1888 – Knute Rockne.

Football coach. Rockne (pictured above) is regarded by many as the greatest football coach of all time. He coached at Notre Dame for 13 years, winning 105 games and three national titles. While he didn’t invent the play, one of his great strategies was the employment of the forward pass. Born in Norway he immigrated to America with his parents at age five. After high school he worked four years to earn enough money to continue his education at Notre Dame. There he starred in football and earned a degree in pharmacy. Although he started out as a pharmacist, football soon called him back and in 1918 he became head coach at his alma mater. En route to California to consult on a movie production, “The Spirit of Notre Dame” Rockne died in an airplane crash in 1931.

He set the standard for Notre Dame football that exists to this day.


1889 – Pearl White.

Actress. White was known as the Queen of the Serials in the silent movie days. She first came to prominence as Pauline in “The Perils of Pauline.” This serial was action packed with Pauline always just barely escaping from a dangerous situation. White was athletic and the studio publicized that she did all her own stunts. This may have been an exaggeration, because a male actor wearing a wig to portray her died in a stunt gone wrong in one of her films. After her career was over, White moved to France where she owned a hotel and casino. She had, however, sustained an injury in one of her film stunts and suffered from severe back pain. She self-medicated with pills and alcohol and died from liver failure at age 49.

In my February 22nd blog I wrote about Meridel LeSueur who had worked as a stunt woman in “The Perils of Pauline.” More evidence that White didn’t do all her own stunts, although given the back injury she must have done some. Don’t know if the stars mingled with those beneath them in those days but I wonder if Meridel and Pearl White knew each other.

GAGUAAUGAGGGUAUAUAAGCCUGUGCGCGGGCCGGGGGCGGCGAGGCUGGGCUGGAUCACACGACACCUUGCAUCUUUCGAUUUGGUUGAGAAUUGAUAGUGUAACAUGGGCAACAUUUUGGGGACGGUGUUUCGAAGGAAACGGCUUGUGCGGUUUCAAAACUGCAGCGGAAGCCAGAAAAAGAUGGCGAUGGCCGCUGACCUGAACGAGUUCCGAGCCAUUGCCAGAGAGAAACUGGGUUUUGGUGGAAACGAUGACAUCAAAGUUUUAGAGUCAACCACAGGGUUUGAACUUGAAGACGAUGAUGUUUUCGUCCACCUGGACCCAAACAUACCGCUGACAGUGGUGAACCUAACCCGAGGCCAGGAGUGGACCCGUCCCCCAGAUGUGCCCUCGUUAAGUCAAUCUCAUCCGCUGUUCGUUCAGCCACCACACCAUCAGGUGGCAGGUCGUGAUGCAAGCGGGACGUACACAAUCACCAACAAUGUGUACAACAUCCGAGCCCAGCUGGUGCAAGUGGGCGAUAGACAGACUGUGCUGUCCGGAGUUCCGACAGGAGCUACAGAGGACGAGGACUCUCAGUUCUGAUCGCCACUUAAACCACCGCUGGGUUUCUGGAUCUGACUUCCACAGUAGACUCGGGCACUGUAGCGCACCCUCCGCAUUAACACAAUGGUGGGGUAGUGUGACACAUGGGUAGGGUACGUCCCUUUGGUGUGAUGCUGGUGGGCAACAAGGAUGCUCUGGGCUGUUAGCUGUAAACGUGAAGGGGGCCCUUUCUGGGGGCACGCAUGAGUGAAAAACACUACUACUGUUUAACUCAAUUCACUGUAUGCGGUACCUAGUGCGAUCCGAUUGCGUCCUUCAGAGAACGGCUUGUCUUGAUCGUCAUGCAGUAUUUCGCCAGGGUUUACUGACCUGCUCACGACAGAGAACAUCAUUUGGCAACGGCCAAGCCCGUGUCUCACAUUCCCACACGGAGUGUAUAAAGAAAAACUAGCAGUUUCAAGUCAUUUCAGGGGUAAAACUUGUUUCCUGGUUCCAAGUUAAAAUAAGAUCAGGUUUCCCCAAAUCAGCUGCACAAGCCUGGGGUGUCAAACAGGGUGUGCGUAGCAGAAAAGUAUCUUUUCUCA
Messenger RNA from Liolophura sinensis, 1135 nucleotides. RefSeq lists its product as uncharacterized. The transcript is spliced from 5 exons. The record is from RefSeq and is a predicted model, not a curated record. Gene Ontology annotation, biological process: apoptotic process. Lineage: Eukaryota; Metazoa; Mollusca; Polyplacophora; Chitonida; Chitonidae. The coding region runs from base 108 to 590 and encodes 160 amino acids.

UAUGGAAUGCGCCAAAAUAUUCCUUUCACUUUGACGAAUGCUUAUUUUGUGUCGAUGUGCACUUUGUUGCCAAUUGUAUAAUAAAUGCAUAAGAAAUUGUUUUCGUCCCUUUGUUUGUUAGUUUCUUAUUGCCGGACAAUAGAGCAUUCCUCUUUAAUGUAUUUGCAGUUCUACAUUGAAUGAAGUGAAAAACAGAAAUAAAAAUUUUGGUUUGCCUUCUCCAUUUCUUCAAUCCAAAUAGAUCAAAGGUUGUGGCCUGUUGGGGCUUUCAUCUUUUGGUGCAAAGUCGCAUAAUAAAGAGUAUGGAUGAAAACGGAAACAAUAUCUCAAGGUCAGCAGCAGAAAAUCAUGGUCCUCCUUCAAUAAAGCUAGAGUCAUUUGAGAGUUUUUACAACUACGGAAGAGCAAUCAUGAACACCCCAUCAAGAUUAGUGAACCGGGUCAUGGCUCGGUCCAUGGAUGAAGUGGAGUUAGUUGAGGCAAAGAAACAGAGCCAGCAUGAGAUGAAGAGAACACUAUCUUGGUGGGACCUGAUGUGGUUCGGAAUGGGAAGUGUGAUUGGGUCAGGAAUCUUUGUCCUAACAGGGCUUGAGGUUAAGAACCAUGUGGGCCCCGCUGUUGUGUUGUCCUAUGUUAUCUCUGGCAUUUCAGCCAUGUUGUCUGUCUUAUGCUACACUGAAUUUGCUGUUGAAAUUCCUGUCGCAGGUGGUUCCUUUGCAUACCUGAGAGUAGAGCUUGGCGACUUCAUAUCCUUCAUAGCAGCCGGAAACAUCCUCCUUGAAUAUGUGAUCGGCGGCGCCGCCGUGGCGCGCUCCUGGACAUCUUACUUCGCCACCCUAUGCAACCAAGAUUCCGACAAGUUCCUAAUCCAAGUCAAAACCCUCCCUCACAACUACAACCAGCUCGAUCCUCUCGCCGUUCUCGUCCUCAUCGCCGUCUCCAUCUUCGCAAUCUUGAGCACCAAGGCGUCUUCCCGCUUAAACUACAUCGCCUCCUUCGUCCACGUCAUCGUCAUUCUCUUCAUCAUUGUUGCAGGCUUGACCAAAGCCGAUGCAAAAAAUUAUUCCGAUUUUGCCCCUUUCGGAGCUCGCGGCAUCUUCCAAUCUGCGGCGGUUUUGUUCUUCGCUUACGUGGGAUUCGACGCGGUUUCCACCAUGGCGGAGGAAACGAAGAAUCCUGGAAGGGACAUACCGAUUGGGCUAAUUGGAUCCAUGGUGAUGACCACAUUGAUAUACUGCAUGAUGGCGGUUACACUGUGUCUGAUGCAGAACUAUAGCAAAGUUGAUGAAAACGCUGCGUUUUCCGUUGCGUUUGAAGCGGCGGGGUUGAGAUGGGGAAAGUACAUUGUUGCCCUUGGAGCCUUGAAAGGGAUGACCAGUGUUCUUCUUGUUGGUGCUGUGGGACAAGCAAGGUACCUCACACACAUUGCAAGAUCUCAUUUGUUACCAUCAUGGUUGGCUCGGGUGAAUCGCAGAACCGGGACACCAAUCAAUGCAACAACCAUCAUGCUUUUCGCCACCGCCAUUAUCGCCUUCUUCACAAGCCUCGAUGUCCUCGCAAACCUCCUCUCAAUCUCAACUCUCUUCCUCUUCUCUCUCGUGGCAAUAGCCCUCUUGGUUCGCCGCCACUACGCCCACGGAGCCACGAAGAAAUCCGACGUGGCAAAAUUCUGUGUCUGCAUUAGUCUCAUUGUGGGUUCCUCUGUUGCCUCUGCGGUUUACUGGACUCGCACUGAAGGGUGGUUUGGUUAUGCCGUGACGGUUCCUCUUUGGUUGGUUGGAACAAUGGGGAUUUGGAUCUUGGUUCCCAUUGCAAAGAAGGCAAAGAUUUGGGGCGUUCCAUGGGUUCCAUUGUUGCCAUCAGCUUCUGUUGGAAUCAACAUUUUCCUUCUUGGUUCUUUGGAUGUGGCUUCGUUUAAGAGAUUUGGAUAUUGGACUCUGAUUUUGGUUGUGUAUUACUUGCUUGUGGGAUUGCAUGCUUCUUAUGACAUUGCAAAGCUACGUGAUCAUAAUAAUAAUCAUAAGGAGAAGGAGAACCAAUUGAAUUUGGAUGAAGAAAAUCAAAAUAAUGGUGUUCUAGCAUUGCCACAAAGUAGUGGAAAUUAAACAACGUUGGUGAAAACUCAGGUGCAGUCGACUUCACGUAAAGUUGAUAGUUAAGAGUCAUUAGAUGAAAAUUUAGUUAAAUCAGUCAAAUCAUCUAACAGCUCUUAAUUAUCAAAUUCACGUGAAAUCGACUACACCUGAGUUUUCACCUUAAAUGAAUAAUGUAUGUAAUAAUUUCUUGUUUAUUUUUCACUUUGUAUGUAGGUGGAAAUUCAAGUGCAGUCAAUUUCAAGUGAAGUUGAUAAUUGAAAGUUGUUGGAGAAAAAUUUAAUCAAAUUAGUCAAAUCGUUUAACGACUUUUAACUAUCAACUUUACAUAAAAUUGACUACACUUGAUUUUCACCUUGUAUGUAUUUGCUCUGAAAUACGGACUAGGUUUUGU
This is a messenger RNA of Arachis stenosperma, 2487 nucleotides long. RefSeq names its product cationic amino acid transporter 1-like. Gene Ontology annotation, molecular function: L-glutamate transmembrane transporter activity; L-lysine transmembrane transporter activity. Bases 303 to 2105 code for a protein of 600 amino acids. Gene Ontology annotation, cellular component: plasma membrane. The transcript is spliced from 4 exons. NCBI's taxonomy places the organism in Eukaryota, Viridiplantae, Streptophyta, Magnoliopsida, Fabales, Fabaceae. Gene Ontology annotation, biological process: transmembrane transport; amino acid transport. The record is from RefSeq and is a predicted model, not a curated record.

1972 – Robert Smith.

Former football player. Until Adrian Peterson came along, he was the Minnesota Vikings leading rusher. Smith retired from football in his prime rather than risk being debilitated later in life. He has written a book about his career in football and the public’s obsession with sports celebrities. Smith has an avid interest in astronomy and classical music. 

Back when I still was a pro football fan, Smith was my favorite Viking. Besides his style and flash, he seemed to understand that football was just a game. When he was in college he once got into trouble with his coach for skipping a class to attend to his studies. Education over football? What kind of priorities are those?



At various junctures of his life, Gary has been an indifferent grade school student, poor high school student, good Navy radioman, one-time hippie, passable college student, inveterate traveler, dedicated writer, miscast accountant (except for one interesting stint at a Communist café), part-time screenwriting teacher, semi-proud veteran, unsuccessful retiree and new blogger.

You can reach him at



The above information was sourced from the following sites and newspapers:


We’d also like to thank the following photographers and videographers for the use of their images:

* Lead-In Image (Knute Rockne) – Everett Historical / – “Knute Rockne (1888-1931), head football coach of the University of Notre Dame from 1918 to 1930. Pat O’Brien portrayed Rockne in the 1940 film, KNUTE ROCKNE, ALL AMERICAN. Ca. 1920.”

knute rockne - everett historial - shutterstock - embed

* Knute Rockne (video clip) – PeriscopeFilm /

* Perils Of Pauline (video clip) – Pathé & Wm. Thomas Sherman /

* Robert Smith (video clip ) – ESPNFL Films & Jsn Highlights /

* Outro (Man-In-Museum Cartoon) – SkyPics Studio /



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* Stay tuned for more!